St Matthias the Apostle


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St Matthias the Apostle

By Workshop of Simone Martini - Public Domain

Judas Iscariot had betrayed the Messiah, the Son of God, when it finally dawned on him, how Satan had used him and what he had done, he believed he was damned for all time, and he took his own life.

There were 12 disciples called by Jesus, just as there were 12 tribes of Israel. They were chosen and they believed there had to be 12 apostles, for they were “to sit on thrones judging the 12 tribes of Israel” (Luke 22:14,30). So after much discussion they decided to replace Judas the betrayer.

The apostles had been together throughout the Lord’s ministry, from the baptism by John to the ascension (Acts 1:21-22). According to Acts, there were 2 others, who had also followed Jesus throughout his ministry: Joseph called Barsabbas, also known as Justus, and Matthias. Matthias was chosen by lot after prayer to replace Judus Iscariot. The casting of lots ensures that Matthias is indeed the divine choice. This was confirmed a short time later when Matthias received the Holy Spirit with the others at Pentecost.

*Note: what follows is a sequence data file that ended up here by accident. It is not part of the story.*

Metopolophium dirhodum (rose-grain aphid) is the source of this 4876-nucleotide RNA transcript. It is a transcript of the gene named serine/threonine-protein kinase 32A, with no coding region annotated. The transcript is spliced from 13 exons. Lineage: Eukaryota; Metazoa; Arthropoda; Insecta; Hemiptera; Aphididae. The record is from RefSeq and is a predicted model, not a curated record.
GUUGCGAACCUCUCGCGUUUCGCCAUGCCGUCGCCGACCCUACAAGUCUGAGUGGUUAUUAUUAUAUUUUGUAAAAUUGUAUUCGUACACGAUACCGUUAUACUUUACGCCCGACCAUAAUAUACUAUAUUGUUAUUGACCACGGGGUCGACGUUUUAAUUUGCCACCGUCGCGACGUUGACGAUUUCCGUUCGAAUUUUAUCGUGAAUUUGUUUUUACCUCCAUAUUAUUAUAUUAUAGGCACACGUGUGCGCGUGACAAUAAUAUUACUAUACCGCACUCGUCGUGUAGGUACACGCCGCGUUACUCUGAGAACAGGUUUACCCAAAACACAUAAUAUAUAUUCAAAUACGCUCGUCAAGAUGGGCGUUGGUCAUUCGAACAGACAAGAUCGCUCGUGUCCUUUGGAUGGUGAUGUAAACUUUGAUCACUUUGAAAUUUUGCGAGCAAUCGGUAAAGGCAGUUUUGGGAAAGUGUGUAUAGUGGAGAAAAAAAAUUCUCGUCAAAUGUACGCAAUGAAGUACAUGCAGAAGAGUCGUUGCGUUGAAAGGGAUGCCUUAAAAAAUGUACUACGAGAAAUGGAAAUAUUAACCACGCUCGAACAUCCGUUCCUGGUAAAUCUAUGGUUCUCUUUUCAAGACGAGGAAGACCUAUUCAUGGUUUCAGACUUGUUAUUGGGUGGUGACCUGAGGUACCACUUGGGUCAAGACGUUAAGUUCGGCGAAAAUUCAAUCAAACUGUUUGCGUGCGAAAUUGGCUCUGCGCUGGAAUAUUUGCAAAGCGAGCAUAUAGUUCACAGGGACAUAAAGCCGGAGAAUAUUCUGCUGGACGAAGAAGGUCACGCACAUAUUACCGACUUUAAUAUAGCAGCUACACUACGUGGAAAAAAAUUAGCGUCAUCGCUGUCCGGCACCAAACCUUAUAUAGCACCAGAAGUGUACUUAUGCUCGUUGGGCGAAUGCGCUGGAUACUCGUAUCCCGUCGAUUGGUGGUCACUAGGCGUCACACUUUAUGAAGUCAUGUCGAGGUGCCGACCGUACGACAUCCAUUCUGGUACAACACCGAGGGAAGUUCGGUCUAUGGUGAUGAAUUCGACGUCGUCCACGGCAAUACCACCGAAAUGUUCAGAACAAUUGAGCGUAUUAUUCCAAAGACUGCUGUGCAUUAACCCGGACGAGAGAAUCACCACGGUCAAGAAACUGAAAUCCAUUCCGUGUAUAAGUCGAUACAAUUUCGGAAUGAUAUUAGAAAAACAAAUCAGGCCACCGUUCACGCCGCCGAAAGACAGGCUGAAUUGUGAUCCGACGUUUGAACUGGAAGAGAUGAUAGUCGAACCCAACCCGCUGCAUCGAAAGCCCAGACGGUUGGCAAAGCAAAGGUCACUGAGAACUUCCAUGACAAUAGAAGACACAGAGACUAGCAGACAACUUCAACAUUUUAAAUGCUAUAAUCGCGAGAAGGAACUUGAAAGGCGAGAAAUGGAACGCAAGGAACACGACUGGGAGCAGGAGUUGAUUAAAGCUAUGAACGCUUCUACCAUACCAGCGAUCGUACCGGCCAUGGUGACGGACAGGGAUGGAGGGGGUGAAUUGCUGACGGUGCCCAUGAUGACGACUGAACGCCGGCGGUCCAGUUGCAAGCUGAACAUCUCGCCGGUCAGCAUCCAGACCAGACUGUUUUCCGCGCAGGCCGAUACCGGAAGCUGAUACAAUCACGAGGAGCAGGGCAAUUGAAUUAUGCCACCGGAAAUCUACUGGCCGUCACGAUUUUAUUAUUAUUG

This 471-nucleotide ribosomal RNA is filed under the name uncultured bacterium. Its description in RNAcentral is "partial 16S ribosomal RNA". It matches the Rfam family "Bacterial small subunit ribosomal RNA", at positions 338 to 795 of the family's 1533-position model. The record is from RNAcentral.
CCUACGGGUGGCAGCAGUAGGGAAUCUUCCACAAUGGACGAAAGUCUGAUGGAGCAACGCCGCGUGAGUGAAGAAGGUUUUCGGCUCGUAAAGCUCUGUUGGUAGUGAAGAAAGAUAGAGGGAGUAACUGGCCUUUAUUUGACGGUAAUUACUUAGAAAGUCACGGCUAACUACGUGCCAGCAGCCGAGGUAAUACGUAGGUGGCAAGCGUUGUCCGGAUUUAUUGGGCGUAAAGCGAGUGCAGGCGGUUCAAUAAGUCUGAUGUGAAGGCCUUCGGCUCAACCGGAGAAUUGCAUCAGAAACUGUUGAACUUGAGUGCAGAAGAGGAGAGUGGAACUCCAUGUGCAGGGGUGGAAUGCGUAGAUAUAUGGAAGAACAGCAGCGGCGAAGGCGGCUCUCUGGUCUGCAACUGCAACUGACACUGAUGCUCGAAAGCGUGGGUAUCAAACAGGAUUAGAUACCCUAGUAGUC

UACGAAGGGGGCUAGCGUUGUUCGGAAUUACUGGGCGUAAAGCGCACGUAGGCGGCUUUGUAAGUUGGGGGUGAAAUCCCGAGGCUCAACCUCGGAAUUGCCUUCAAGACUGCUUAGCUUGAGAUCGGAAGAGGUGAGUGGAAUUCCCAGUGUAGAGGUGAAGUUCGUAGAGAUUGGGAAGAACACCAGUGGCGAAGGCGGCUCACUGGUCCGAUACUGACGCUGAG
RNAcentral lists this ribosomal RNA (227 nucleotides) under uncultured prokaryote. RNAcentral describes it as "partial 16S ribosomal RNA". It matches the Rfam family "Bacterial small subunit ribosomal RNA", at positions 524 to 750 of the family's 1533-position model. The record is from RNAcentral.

A tradition known to Eusebius related that Matthias was one of the 70 (Luke 10:1,17) that Jesus sent out on mission trips. This cannot be proved, but is more likely than Clement of Alexandria’s identification of him with Zacchaeus. One German protestant theologian, Hilgenfeld thinks he is the same as Nathanael in the Gospel of John.

It is generally believed Matthias ministered in Judaea and then carried out missions to foreign places. Greek tradition states that he Christianized Cappadocia, a mountainous district now in central Turkey, later journeying to the region about the Caspian Sea, where he was martyred by crucifixion and, according to other legends, chopped apart. His symbol, related to his alleged martyrdom, is either a cross or a halberd. St. Helena, mother of the Roman emperor Constantine the Great, reputedly transported Matthias’ relics from Jerusalem to Rome.